Ahmadreza Mohammadi-Doostdar, 39, a dual U.S.-Iranian citizen, and Majid Ghorbani, 60, an Iranian citizen and resident of California, have been sentenced to prison terms of 38 months and 30 months, respectively, for their criminal convictions relating to their conduct conducting surveillance of and collecting identifying information about American citizens and U.S. nationals who are members of the group Mujahedin-e Khalq (MEK).
On Jan. 15, 2020, the Honorable Paul L. Friedman sentenced Doostdar to a prison term of 38 months, 36 months of supervised release, and a fine of $14,153. Ghorbani was sentenced to a prison term of 30 months and 36 months of supervised release.
On Oct. 8, 2019, Doostdar entered guilty pleas to one count of acting as an agent of the government of Iran without notifying the Attorney General, in violation of 18 U.S.C. § 951, and one count of conspiring to violate that statute, in violation of 18 U.S.C. § 371.
On Nov. 4, 2019, Ghorbani entered a guilty plea to one count of willfully violating the International Emergency Economic Powers Act (IEEPA), 50 U.S.C. § 1705, and the Iranian Transactions and Sanctions Regulations 31 C.F.R. Parts 560.204 and 560.206.
“This case illustrates Iran’s targeting of Americans in the United States in order to silence those who oppose the Iranian regime or otherwise further its goals,” said Assistant Attorney General for National Security John C. Demers. “The defendants, working for Iran, gathered information on Americans that could then be used by the Iranian intelligence services to intimidate or harm them or their families. These prosecutions should serve as a reminder to anyone here working covertly for Iran that the American law enforcement will pursue you to protect this country, its citizens and the First Amendment principles upon which it was founded.”
“The sentences, in this case, illustrate the high cost to those who act as agents of the Iranian government in the United States or provide services that benefit the government of Iran, especially when those activities target the free speech and peaceful assembly rights of people in the United States,” said Jessie K. Liu, United States Attorney for the District of Columbia. “We will continue to thwart efforts by foreign governments to endanger our national security and to stifle the freedoms that all Americans cherish.”
“The FBI will not tolerate surveillance being conducted here in the United States at the behest of foreign nations like Iran,” said Jay Tabb, Executive Assistant Director of the FBI’s National Security Branch. “Such activity is intimidating, particularly to individuals who exercise their constitutional rights to free speech and criticize the Iranian government. The FBI will continue to pursue such activity on U.S. soil and disrupt efforts by any individuals who take such actions on behalf of Iran.”
As part of his plea, Doostdar admitted under oath that he travelled to the United States from Iran on three occasions in order to meet with Ghorbani and to convey directions for Ghorbani’s activities on behalf of the government of Iran. Prior to Doostdar’s first trip to the United States, his handler with the government of Iran identified Ghorbani by name, showed Doostdar a photograph of Ghorbani, and told him where Ghorbani worked.
During Doostdar’s first trip to the United States in July 2017, Doostdar met Ghorbani at Ghorbani’s workplace. Doostdar admitted that, during a subsequent conversation, Ghorbani told Doostdar that he was willing to work for the government of Iran in the United States.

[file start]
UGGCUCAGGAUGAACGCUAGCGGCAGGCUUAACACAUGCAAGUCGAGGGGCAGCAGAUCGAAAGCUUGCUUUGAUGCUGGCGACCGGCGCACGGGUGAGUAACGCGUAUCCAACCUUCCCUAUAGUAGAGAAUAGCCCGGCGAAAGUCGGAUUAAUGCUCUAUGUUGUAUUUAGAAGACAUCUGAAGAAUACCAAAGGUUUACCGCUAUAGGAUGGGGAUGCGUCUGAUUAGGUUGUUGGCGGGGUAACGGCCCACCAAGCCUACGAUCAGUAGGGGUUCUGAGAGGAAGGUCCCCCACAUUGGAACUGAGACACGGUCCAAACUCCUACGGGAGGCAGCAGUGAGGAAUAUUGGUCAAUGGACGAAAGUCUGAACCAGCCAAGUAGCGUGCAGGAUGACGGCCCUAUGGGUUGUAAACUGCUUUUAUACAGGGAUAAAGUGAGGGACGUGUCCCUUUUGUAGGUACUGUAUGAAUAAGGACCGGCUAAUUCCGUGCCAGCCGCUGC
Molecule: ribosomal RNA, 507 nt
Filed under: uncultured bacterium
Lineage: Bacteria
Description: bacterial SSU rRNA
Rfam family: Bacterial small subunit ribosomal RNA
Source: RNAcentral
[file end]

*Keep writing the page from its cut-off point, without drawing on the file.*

On Sept. 20, 2017, Ghorbani attended a rally in New York City organized by the Mujahadeen-e-Khalq (MEK). The rally consisted of constitutionally-protected activity, including U.S. citizens denouncing the Iranian regime. At the rally, Ghorbani photographed rally attendees, including MEK leaders.
In December 2017, during Doostdar’s second trip to the United States as part of the conspiracy, Doostdar met with Ghorbani and collected the rally photographs from Ghorbani. The photographs depicted MEK leaders and included hand-written notes identifying the individuals and listing their positions in the group. Under oath, Ghorbani admitted to attending the September 2017 MEK rally and to photographing and gathering information on rally attendees to provide to Doostdar and ultimately to individuals in Iran. Doostdar paid Ghorbani $2,000 for his work, which Doostdar admitted had been provided by Doostdar’s government of Iran handler.
During this December 2017 trip, Ghorbani and Doostdar also discussed Ghorbani’s planned travel to Iran in March 2018, and Ghorbani offered to provide an in-person briefing on rally attendees during this trip. Later in December 2017, Doostdar departed the United States for Iran with the photographs and handwritten notes provided by Ghorbani.
In May 2018, Ghorbani travelled to another MEK rally, this time in Washington, D.C., where he again collected information on participants critical of the Iranian regime. Following that rally, Doostdar admitted that he and Ghorbani spoke by telephone and discussed the methods that Ghorbani could use to provide the information collected at that rally to Doostdar in Iran.
Doostdar further admitted that, during his travel to the United States to task Ghorbani with collecting information on U.S. persons on behalf of the Iranian regime, he communicated with his government of Iran handler through another co-conspirator. Doostdar’s handler relayed instructions and encouragement and answered Doostdar’s questions that came up during his mission in the United States.
The investigation into this matter was conducted by the FBI’s Washington Field Office and Los Angeles Field Office. The case is being prosecuted by the National Security Section of the U.S. Attorney’s Office for the District of Columbia and the Counterintelligence and Export Control Section of the National Security Division of the Department of Justice.